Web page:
Disrupted Development in the Congo: The Fragile Foundations of the African Mining Consensus: Critical Frontiers of Theory, Research, and Policy in International Development Studies

Autor Ben Radley
en Limba Engleză Hardback – 16 noi 2023
Since the turn of the century, low-income African countries have undergone a process of mining industrialization led by transnational corporations. The process has been sustained by an African Mining Consensus uniting international financial institutions, African governments, development agencies, and various strands of the academic literature. The Consensus position is that mining industrialization can drive transformative processes of social and economic development in low-income African settings. For this, state-owned enterprises and local forms of labour-intensive mining are deemed unsuitable. The former is characterized as corrupt and mismanaged, and the latter as an inefficient, subsistence activity with links to conflict financing. The Consensus holds, instead, that mining industrialization should be led by the superior expertise and efficiency of transnational corporations.Disrupted Development in the Congo reveals the fragile foundations on which this Consensus rests. Through an in-depth case study of mining in the Democratic Republic of the Congo, Ben Radley details how foreign corporations have been prone to mismanagement, inefficiencies, and rent-seeking, and implicated in fuelling conflict and violence. He also documents how structural impediments to the transformative effects of mining industrialization in low-income African countries occur irrespective of ownership and management structures. Based on the findings presented, Radley urges a move away from the market-led logics underpinning the Consensus. In the mining sector itself, he argues that efforts to mechanize labour-intensive forms of local mining better meet the needs of low-income African economies for rising productivity, labour absorption, and the domestic retention of the value generated by productive activity than the currently dominant but disruptive foreign corporate-led model.Part of this title is published open access. This part is made available under a Creative Commons Attribution-Non Commercial-No Derivatives 4.0 International licence. It is available to read and download as a PDF on the Oxford Academic platform.
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ISBN-13: 9780192849052
ISBN-10: 0192849050
Pagini: 224
Dimensiuni: 160 x 240 x 17 mm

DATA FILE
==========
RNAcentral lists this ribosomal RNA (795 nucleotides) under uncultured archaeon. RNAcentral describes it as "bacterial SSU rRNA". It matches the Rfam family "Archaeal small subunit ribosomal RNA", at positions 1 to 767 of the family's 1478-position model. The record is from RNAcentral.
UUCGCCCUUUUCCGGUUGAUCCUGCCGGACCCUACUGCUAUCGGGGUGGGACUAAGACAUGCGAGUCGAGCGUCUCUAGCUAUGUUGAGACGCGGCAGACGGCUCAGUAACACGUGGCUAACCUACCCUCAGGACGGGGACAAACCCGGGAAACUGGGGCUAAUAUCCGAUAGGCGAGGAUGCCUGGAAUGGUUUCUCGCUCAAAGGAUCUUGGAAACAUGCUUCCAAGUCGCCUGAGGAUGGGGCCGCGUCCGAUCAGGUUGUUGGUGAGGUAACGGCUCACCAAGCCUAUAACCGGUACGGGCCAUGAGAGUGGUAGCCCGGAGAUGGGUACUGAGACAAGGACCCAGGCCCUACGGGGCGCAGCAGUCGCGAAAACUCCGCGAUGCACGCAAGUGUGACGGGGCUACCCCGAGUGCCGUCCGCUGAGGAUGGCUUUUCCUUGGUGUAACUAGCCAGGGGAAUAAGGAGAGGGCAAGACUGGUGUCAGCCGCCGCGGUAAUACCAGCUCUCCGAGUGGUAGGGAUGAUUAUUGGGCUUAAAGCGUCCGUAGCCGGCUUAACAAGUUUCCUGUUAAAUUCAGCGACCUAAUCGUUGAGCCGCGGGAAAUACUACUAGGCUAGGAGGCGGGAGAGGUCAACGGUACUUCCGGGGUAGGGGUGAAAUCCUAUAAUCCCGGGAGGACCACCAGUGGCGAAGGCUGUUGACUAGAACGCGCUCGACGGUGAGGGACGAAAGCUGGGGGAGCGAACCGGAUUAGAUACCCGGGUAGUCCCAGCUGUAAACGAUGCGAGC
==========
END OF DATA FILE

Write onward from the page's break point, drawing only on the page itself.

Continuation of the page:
Greutate: 0.48 kg
Colecția OUP Oxford
Seria Critical Frontiers of Theory, Research, and Policy in International Development Studies

Locul publicării:Oxford, United Kingdom


This book is a major contribution to scholarship on economic development in low-income countries by its brilliant analysis of theories of development from Raul Prebisch and the CEPAL structuralists in Latin America to Samir Amin and his followers in Africa. It ought to be read by all those interested in economic development in mineral-rich countries in Africa and in other countries of the South.
The analysis in this book should inspire policy makers in African countries who hope to chart a new course towards resource-based industrialization that is transformative, inclusive, and sustainable.
In this hard-headed and systematic critique, Radley reveals how domestic forces in and around mining create more favourable opportunities for developing national sovereign projects in Africa. A must read for anyone looking for radical policy alternatives.

Notă biografică

Ben Radley is a Lecturer in International Development at the University of Bath. He earned a PhD (cum laude) in Development Studies at the International Institute of Social Studies (ISS) in The Hague. His research centres on processes of economic transformation in Central Africa, with a focus on labour dynamics and the role played by Northern corporations. He is an affiliated member of Centre d'Expertise en Gestion Minière at the Catholic University of Bukavu, and sits on the editorial board of Review of African Political Economy.

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